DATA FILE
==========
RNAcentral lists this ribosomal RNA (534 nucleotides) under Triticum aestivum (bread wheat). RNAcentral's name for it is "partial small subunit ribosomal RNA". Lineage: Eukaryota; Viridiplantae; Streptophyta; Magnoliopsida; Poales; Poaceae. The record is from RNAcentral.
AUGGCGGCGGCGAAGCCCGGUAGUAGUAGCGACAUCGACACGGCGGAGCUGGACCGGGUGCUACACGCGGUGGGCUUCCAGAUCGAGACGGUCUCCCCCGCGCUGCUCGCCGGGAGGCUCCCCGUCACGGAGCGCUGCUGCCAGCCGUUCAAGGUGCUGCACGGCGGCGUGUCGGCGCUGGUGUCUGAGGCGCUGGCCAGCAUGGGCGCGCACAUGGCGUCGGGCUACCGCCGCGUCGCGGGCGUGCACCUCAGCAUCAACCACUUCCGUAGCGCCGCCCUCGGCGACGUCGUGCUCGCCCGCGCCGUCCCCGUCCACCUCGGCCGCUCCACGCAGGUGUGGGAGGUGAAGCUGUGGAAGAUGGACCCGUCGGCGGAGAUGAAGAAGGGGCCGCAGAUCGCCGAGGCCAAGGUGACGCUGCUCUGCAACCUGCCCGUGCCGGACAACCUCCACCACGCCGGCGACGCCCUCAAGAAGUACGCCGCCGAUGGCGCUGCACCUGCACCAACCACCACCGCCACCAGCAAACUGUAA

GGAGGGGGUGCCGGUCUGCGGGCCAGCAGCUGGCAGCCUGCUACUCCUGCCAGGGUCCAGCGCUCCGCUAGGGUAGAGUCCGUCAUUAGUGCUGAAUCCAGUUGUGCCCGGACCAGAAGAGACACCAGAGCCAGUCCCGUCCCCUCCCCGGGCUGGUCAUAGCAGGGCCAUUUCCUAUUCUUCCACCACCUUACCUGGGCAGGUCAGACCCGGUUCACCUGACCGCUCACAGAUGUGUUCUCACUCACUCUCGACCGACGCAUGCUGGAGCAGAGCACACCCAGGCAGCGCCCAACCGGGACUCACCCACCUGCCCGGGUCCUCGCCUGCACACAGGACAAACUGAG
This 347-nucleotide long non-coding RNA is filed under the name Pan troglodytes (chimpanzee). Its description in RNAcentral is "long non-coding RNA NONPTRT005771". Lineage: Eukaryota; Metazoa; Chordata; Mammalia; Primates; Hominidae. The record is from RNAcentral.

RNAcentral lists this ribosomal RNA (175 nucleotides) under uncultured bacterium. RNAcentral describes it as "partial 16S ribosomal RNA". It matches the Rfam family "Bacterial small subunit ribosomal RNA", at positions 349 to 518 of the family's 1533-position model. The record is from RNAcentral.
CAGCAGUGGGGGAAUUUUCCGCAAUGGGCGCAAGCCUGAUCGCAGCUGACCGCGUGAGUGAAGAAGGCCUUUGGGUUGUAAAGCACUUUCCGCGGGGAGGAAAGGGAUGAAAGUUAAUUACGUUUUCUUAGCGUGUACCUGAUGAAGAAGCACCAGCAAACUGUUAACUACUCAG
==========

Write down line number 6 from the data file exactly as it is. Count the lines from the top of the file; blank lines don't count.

CAGCAGUGGGGGAAUUUUCCGCAAUGGGCGCAAGCCUGAUCGCAGCUGACCGCGUGAGUGAAGAAGGCCUUUGGGUUGUAAAGCACUUUCCGCGGGGAGGAAAGGGAUGAAAGUUAAUUACGUUUUCUUAGCGUGUACCUGAUGAAGAAGCACCAGCAAACUGUUAACUACUCAG